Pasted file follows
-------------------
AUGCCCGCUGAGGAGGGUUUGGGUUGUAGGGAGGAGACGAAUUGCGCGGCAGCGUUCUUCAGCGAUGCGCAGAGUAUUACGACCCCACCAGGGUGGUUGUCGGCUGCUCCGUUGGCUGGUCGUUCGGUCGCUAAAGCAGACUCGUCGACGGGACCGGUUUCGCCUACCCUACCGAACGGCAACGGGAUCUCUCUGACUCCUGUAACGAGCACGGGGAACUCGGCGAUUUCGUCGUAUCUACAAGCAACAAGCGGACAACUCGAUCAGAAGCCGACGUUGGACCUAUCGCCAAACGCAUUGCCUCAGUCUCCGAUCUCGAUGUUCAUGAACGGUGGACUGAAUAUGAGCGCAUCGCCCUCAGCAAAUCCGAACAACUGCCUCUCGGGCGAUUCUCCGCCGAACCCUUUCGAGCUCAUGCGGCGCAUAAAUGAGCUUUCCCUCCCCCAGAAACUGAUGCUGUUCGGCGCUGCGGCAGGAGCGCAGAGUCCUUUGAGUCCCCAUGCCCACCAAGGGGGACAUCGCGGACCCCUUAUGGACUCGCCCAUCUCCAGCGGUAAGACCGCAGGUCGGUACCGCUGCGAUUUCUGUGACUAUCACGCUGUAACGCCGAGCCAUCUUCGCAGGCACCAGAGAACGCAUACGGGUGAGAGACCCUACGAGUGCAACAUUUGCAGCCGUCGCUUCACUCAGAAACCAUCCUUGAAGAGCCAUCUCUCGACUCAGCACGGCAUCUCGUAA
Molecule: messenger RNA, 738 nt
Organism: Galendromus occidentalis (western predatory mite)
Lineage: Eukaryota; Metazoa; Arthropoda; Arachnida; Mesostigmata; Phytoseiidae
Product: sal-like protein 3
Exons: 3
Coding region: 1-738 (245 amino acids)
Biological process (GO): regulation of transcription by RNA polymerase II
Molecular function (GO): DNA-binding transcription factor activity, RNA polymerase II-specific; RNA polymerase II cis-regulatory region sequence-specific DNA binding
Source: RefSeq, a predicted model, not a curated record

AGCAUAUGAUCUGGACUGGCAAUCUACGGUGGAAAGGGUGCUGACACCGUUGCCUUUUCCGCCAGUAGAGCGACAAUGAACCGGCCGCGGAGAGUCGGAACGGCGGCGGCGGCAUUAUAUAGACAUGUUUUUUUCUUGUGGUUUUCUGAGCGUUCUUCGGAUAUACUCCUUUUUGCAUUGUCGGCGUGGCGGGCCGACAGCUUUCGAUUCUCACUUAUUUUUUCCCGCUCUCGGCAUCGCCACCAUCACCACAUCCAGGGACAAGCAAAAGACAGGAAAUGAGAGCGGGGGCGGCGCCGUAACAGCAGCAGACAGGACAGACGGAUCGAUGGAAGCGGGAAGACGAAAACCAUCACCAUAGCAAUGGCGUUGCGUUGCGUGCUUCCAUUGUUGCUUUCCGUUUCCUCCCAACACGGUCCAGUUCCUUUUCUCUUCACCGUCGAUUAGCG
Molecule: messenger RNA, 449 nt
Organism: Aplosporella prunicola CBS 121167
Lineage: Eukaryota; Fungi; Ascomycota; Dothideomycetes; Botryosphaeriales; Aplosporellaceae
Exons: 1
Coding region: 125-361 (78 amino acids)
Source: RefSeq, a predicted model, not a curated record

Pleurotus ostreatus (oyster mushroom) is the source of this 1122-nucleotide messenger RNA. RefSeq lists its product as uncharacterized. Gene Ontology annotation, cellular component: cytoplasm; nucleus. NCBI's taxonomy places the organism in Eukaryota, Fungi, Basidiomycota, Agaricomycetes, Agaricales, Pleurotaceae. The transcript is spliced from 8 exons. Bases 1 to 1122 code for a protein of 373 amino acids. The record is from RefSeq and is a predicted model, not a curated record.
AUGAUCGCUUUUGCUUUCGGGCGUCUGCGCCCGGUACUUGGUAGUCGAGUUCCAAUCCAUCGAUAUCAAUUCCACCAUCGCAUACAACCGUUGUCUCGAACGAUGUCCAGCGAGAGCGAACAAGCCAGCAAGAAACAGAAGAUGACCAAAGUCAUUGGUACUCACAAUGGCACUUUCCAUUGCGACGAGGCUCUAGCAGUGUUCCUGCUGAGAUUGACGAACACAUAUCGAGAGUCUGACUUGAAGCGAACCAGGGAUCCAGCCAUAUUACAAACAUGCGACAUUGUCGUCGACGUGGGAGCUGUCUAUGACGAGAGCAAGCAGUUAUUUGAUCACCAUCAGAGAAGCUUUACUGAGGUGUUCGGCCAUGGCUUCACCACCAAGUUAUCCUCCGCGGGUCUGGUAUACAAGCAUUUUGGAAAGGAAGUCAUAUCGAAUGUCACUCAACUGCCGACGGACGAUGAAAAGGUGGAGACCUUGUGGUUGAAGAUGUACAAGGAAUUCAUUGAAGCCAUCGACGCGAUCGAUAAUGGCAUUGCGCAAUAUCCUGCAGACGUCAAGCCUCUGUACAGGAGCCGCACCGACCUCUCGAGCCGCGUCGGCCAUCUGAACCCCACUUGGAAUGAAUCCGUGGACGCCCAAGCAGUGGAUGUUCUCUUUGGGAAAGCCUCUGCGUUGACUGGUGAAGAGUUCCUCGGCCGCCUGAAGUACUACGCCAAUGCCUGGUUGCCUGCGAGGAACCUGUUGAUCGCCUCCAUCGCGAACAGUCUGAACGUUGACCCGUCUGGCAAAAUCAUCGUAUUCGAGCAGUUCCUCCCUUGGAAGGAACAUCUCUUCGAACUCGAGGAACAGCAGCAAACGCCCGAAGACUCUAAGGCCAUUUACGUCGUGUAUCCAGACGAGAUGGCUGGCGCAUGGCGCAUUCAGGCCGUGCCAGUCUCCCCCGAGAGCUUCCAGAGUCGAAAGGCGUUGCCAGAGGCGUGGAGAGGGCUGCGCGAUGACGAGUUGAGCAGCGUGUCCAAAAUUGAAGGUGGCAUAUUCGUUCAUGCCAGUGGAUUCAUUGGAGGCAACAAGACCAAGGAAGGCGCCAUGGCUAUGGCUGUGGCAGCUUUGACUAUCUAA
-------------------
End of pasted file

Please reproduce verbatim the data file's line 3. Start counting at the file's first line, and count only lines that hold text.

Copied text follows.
Organism: Galendromus occidentalis (western predatory mite)